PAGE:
Cambridge & MRC-PPU | Visiting Clinical Scholar Awards

ubiquitinTwo Visiting Clinical Scholarships are available to early career clinical academic researchers based at the University of Cambridge (ACF, ACL, PhD, Clinician Scientist/Postdoctoral) to spend between 1 and 3 months undertaking research at the MRC Protein Phosphorylation & Ubiquitylation Unit (MRC-PPU) at the University of Dundee, one of Europe’s leading life sciences research institutes. The Unit has 12 internationally recognised research groups focused on unravelling the role of protein phosphorylation and ubiquitylation pathways in human diseases.

Visiting Clinical Scholars to the MRC-PPU will receive cutting edge training in mechanistic analysis of signalling pathways in a disease area relevant to their primary research project and interests. Areas of expertise in the Unit include neurodegeneration, cancer and inflammation but other fields of medical research relating to signalling pathways could also be explored. The MRC-PPU has a strong track record in deciphering the regulation of poorly studied signalling components that emerge from genetic analysis of human disease.

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The Visiting Clinical Scholarship will cover the cost of all travel to and from Dundee; accommodation; laboratory bench costs and consumables. Additional funds are available for successful applicants to visit the MRC-PPU to meet with prospective host PIs prior to starting their projects. There are direct flights from London Stansted to Dundee.


Applications consisting of a current CV and cover letter should be sent to Candidates should express a preference for a host lab in the application. Participating labs are listed below.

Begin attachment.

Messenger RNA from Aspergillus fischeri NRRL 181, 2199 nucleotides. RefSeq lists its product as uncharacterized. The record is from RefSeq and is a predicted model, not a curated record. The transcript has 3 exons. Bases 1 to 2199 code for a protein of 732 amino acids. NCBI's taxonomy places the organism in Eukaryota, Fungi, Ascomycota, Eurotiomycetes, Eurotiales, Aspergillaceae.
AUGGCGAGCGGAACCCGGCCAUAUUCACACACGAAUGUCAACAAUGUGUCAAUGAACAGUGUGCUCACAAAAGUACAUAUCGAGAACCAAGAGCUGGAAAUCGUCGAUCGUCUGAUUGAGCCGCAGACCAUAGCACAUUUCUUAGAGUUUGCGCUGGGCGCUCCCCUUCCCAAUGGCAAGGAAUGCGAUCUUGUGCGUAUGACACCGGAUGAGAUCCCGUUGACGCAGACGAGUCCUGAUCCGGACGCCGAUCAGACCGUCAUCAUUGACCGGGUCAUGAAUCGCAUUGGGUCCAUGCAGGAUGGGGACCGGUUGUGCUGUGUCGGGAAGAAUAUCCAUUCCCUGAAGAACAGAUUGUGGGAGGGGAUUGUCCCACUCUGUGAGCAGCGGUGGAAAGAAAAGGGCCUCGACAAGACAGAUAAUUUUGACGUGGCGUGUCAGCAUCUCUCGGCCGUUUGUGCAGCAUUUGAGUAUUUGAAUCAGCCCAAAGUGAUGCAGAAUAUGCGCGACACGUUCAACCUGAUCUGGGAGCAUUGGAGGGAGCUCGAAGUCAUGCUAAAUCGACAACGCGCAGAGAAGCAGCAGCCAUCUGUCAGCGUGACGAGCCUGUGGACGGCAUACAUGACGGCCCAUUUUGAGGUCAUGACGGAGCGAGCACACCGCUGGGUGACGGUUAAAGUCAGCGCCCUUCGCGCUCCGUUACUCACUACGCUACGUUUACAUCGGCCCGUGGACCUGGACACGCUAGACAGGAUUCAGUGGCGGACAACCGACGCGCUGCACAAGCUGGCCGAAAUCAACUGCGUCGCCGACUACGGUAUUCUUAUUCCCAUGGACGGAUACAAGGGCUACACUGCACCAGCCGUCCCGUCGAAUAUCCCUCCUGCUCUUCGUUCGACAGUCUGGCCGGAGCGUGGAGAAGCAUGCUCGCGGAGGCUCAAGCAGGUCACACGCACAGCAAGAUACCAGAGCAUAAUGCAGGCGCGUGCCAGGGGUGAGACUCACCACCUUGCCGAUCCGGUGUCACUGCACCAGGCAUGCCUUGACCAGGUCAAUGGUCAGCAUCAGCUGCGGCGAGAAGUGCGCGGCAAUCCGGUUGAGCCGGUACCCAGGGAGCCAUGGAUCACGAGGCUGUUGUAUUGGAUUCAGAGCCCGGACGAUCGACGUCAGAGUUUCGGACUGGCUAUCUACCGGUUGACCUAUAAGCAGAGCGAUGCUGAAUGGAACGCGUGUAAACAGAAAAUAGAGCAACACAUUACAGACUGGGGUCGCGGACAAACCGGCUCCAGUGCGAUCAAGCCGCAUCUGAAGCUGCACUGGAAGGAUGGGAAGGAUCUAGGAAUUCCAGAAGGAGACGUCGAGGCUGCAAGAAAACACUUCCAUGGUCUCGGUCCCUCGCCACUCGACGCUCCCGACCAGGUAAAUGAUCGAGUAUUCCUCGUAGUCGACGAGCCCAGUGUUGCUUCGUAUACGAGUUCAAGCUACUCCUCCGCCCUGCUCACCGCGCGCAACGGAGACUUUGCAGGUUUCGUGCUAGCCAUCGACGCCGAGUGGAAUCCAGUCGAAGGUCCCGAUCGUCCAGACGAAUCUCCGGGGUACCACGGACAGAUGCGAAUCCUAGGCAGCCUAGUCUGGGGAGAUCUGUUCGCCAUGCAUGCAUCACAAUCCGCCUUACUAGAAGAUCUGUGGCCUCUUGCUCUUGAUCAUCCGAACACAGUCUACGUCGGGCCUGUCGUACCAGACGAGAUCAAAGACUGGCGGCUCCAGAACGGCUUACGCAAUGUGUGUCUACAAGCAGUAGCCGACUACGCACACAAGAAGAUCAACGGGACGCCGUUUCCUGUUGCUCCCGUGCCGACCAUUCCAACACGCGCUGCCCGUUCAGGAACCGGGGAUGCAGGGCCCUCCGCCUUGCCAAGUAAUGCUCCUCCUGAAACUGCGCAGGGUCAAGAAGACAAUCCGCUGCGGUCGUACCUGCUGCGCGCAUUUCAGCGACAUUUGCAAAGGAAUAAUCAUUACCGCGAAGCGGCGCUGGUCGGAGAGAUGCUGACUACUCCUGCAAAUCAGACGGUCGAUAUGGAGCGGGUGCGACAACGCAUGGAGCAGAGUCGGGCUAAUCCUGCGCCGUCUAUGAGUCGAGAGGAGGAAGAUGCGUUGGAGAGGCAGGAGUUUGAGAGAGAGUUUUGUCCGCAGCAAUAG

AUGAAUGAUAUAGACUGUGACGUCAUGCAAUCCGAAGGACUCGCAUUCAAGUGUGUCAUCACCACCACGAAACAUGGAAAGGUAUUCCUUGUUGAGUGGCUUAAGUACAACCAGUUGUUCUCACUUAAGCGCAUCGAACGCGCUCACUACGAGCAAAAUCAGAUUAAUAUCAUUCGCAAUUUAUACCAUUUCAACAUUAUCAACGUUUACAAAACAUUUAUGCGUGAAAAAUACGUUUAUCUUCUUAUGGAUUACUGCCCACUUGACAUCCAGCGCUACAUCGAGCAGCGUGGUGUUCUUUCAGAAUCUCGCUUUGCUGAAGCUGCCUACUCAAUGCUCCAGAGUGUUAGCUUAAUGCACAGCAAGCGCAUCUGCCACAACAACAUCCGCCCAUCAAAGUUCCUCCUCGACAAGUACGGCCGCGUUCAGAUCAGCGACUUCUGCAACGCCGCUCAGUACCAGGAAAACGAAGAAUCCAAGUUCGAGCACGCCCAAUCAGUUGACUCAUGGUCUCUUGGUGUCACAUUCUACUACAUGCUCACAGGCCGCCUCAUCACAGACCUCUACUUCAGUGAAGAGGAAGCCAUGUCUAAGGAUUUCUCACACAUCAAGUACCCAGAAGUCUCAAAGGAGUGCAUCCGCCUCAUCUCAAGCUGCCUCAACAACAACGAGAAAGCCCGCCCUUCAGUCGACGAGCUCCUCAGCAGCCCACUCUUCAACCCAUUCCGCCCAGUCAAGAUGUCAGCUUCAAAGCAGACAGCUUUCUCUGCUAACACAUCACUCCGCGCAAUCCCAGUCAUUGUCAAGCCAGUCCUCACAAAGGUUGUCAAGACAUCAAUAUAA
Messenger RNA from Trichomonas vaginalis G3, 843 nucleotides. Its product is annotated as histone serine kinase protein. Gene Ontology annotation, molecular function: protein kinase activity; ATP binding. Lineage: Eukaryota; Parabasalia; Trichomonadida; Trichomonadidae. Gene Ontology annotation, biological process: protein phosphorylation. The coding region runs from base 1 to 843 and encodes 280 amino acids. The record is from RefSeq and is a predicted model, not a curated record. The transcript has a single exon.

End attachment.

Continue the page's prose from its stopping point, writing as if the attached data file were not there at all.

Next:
The schedule for applications is as follows:

  • Applications open - November 21st 2018
  • Closing date for applications - 14th December 2018
  • Shortlist interviews - January 2019 (week beginning 21st - 25th)
  • Award available to be taken up any time after - March 2019

This Scholarship scheme is coordinated by Professor Brian Huntly, Director of CATO (Cambridge) and Dr. Miratul Muqit, a Wellcome Senior Clinical Fellow at the MRC-PPU.

For informal enquiries, please email Professor Brian Huntly or Dr Miratul Muqit.

Candidates wishing to discuss their research group preference should contact Prof. Dario Alessi (MRC PPU Director) or Dr. Miratul Muqit.

Disease Themes

Below are the research themes for each lab at the MRC PPU categorised by disease/therapy:


Dario Alessi, Miratul Muqit, Ian Ganley, Yogesh Kulathu, Gopal Sapkota, Satpal Virdee, Adrien Rousseu


John Rouse, Karim Labib, Gopal Sapkota, Dario Alessi


Philip Cohen, Mahima Swamy, Yogesh Kulathu

Stem Cell/Regenerative Medicine

Greg Findlay

Metabolic Medicine

Ian Ganley, Philip Cohen

Cardiovascular Medicine

Dario Alessi, Ian Ganley

Research Image LRRK2 Pathway and Parkinson’s DiseaseDario Alessi
Philip Research Picture The role protein phosphorylation and ubiquitylation in human health and diseasePhilip Cohen
Rouse lab research image Cell responses to DNA damage in health and human diseaseJohn Rouse
Muqit Research Image PINK1 kinase signalling networks in Parkinson's diseaseMiratul Muqit
Ganley research image Molecular analysis of autophagyIan Ganley
Virdee Research Image Molecular mechanisms of E3 ligases in disease pathwaysSatpal Virdee
Sapkota Research Image Understanding mechanisms of reversible phosphorylation and ubiquitylation in cell signalling and disease.Gopal Sapkota
Findlay Research Image How Does Dysregulated Signal Transduction Cause Intellectual Disability?Greg Findlay
Kulathu Research image Ubiquitin signalling mechanismsYogesh Kulathu
Labib Research Image Chromosome replication and genome integrityKarim Labib
Swamy Research Image Immune interactions at the intestinal epitheliumMahima Swamy
Rousseau Research image Signalling pathways controlling proteasome homeostasisAdrien Rousseau
Parkinson’s diseaseEsther Sammler
Mechanism for CRISPR perturbation Understanding the fundamental pathway, endoplasmic reticulum-specific autophagyJin Rui (Amos) Liang
Disease modelling of PIK3CA mutations, quantitative biology, pharmacologyRalitsa Madsen
Organoid development Technologies ResearchPaul Davies
Solving the black box of ALS involves studying proximal molecular mechanisms Unravelling the role of cell signalling in our molecular mechanistic understanding of amyotrophic lateral sclerosis/motor neuron diseaseArpan Mehta